By Barb Sanders


We woke to a picture postcard day. The sky was blue and the snow was fresh, leaving a beautiful white coat of paint on the slopes. The snow crystals were reflecting the sun, sparkling like our neighbor’s new veneers. Soelden and Obergurgl are both high mountain resorts, so though it was late March, the conditions were mid-winter. We had breakfast and jumped in the car to drive the short distance to Obergurgl, where a guide was waiting to meet us.

We drove into the charming village of Obergurgl, where, after driving around lost, we found the tourist office. The woman in the tourist office told us frankly that we were 15 minutes late and in the wrong place. We were meant to be in Hochgurgl, we were told, so off we went. As it happened, Hochgurgl was wrong, too! Our meeting point was Hochgurglbahn (lift), which is Untergurgl… geesh!

We raced to the Hochgurglbahn and I parked the car while Lori went to find our pro and apologize for being late. At the lift pass window she was told we were still in the wrong place and now very late. As Lori just stood there dumbfounded, the woman began to repeat herself loudly, then ask: “Why are you still here?”

It’s remarkable that when there is a language barrier people believe turning up the volume to speak louder gets the point across. Turns out we were in the right place, just the wrong building. Lori located our handsome ski pro in a nearby bar; Ollie rescued her from the clutches of Brunhilda, a woman having a seriously bad day.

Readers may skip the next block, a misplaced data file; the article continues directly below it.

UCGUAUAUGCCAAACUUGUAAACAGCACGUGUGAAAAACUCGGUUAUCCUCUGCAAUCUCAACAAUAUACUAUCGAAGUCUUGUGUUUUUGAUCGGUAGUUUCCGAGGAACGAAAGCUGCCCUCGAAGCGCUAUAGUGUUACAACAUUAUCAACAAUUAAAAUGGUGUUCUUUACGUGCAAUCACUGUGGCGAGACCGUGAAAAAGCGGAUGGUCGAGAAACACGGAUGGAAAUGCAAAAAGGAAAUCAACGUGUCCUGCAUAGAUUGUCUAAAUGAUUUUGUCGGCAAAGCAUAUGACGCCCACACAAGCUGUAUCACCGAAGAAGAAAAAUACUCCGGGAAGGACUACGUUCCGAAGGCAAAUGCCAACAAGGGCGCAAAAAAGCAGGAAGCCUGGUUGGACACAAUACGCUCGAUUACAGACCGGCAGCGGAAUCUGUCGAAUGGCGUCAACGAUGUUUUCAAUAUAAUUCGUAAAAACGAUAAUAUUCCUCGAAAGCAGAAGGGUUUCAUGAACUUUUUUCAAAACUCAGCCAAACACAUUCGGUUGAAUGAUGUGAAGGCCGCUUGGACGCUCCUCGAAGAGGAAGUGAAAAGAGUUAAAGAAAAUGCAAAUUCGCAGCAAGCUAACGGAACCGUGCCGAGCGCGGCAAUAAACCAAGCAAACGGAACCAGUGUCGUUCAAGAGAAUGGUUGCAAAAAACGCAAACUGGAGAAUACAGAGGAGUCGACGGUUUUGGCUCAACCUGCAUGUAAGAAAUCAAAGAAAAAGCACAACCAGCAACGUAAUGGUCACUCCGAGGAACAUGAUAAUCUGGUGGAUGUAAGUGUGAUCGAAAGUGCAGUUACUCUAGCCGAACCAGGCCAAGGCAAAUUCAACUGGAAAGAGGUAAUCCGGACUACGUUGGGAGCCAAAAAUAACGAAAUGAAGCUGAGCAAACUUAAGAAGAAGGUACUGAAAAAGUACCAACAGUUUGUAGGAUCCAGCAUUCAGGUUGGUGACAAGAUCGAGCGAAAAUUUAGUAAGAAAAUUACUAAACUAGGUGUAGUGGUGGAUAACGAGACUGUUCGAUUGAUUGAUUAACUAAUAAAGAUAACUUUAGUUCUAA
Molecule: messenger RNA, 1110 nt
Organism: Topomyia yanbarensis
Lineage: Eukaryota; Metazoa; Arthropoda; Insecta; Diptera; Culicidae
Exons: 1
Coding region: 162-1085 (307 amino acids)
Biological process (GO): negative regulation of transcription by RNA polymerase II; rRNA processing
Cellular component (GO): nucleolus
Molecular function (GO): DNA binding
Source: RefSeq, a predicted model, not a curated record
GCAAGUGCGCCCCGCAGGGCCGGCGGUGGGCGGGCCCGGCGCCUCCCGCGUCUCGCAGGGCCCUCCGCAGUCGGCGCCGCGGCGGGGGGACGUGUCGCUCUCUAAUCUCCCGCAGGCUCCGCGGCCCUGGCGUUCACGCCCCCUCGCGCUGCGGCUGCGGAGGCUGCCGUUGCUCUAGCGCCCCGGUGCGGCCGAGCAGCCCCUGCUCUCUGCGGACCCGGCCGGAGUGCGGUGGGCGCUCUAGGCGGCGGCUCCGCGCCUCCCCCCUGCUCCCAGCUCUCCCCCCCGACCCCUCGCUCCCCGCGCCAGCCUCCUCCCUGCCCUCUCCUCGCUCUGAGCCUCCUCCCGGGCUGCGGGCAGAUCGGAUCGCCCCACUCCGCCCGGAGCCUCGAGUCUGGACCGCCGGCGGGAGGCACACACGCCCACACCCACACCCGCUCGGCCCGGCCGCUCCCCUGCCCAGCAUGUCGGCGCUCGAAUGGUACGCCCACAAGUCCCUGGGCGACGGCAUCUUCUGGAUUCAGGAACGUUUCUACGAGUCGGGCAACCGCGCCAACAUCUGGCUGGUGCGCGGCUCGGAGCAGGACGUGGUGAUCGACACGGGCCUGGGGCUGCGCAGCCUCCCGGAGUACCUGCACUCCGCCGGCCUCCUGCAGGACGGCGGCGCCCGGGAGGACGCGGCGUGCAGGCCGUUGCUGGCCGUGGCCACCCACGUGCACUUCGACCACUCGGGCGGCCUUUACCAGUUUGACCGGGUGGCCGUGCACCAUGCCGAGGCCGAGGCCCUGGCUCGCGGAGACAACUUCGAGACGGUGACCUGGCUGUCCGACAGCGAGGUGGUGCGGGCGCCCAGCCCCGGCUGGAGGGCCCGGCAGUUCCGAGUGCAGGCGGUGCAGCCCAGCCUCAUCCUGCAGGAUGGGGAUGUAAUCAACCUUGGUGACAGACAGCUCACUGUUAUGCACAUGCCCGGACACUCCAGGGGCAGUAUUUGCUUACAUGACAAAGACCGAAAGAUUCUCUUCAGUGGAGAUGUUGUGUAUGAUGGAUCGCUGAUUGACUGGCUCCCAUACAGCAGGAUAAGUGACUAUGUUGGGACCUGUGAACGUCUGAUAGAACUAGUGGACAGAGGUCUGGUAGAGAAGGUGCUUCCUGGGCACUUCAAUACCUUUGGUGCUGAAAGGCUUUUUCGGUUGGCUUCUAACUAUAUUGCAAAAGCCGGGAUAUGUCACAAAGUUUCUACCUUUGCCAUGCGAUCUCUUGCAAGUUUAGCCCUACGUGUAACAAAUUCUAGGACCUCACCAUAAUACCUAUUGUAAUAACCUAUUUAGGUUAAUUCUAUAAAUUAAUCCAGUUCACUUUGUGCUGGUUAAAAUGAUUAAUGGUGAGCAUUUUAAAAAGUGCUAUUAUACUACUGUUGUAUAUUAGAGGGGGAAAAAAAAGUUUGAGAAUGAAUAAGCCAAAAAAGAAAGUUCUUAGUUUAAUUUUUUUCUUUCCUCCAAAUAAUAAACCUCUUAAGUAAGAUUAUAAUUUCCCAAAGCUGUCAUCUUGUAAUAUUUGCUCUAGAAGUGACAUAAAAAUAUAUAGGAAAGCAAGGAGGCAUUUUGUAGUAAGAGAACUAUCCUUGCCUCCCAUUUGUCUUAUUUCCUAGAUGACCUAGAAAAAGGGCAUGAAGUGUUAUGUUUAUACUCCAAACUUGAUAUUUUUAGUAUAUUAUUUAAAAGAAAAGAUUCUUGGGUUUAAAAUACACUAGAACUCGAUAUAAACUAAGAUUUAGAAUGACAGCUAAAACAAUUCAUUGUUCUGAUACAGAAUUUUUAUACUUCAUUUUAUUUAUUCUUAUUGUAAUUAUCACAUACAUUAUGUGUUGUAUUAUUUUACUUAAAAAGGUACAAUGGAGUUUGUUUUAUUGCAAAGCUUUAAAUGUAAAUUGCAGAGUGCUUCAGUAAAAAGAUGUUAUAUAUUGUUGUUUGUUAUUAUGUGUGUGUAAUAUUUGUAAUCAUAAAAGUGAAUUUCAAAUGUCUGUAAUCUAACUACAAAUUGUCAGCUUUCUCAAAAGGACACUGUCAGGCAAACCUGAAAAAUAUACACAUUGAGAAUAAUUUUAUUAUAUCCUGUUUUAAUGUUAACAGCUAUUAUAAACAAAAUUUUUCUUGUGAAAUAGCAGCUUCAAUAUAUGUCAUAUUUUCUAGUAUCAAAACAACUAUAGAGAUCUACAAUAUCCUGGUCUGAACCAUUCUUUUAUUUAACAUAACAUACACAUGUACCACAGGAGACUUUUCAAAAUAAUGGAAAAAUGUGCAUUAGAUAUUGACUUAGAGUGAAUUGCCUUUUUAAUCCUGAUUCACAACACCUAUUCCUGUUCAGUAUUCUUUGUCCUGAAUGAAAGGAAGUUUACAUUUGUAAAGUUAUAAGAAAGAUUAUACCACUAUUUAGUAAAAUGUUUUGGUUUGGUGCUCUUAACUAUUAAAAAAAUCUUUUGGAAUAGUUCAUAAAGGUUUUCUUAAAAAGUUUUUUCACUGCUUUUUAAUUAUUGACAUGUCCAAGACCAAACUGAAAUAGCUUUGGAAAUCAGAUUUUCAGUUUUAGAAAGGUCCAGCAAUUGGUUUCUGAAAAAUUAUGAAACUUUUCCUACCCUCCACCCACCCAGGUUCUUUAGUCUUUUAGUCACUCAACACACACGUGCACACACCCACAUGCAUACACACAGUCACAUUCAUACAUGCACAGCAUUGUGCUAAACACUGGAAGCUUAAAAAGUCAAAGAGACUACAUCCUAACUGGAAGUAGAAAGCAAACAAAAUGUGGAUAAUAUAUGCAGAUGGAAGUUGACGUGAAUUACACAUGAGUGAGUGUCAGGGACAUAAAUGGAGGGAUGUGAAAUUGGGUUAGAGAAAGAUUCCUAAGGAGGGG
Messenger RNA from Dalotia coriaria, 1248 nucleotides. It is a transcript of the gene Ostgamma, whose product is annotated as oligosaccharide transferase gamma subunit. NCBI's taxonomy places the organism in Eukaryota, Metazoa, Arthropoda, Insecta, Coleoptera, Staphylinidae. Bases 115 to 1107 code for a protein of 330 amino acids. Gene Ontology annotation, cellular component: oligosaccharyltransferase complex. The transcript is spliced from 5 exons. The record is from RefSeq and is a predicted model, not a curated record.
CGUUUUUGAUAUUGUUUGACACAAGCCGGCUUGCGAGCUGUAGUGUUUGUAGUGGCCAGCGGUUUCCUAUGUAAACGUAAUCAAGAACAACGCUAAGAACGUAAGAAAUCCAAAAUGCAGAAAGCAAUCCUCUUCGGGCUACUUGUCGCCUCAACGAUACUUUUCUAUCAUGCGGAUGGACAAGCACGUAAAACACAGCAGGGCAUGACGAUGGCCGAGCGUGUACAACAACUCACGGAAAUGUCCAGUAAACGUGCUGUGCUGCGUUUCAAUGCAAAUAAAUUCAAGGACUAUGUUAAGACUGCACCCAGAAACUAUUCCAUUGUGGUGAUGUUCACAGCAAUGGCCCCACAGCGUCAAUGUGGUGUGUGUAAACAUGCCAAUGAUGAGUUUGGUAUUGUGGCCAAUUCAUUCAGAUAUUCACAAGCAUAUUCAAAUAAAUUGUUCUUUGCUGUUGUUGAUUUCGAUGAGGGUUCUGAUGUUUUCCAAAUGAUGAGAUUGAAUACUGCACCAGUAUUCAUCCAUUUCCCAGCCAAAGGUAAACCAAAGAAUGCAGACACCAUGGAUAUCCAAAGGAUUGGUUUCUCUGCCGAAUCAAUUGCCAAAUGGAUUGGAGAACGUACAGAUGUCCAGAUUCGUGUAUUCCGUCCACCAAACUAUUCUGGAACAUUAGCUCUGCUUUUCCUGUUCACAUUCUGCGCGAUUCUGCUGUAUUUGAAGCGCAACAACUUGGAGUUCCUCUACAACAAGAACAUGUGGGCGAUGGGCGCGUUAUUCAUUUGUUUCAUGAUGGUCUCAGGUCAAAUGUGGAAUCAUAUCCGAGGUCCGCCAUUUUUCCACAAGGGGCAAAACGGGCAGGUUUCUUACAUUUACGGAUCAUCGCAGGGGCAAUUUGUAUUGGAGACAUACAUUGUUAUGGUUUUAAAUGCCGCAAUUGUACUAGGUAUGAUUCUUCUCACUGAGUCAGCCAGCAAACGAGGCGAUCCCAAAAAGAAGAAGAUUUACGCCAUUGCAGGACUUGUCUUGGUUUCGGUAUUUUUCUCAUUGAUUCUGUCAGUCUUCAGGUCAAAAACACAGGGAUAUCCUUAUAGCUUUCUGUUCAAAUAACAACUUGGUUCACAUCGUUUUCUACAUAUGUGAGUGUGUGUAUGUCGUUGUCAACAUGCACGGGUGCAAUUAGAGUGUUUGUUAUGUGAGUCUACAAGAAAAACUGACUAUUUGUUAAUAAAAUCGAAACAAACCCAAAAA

Ollie the Magnificent

It took about a minute for all of us to fall in love with Ollie. He had a big smile, and although he was born and raised in Austria, he spoke perfect English with a fun Australian/Austrian accent. What’s more, he connected with the boys immediately.

We headed up the tram and together we made a plan for the day. We took the lift to a breathtaking outlook over the Austrian and Italian border, and we enjoyed long warm-up runs over rolling groomers. Then we skied the piste that the US Ski Team uses for training when in Europe.

Obergurgl Border of Austria and Italy

Good ski pros are always evaluating the conditions and checking the snow. While racing down a cat track, Ollie dipped his pole into the untracked snow to test how light it was and to see if we might want to venture off piste. Micah was right behind him and did the same, except he dipped a bit too hard and literally did a flip and a half and splattered all over the cat track. We picked him up and dusted him off and headed over to the T-Bar to ski the US Team slope.

The conditions were perfect as Ollie skied us past inviting mountain huts to a lift that connects one end of the resort to the other. It was a little like riding Whistler’s Peak 2 Peak, just not so scary.

Ollie took us to a lovely mountain hut for lunch and we soaked in more of the magnificent scenery along with delicious Austrian cuisine. Ollie told us more about himself, his family, and his years teaching skiing in Australia. The ski world is a small one. Turns out his boss in Australia was a longtime friend of mine, Egon Hierzegger.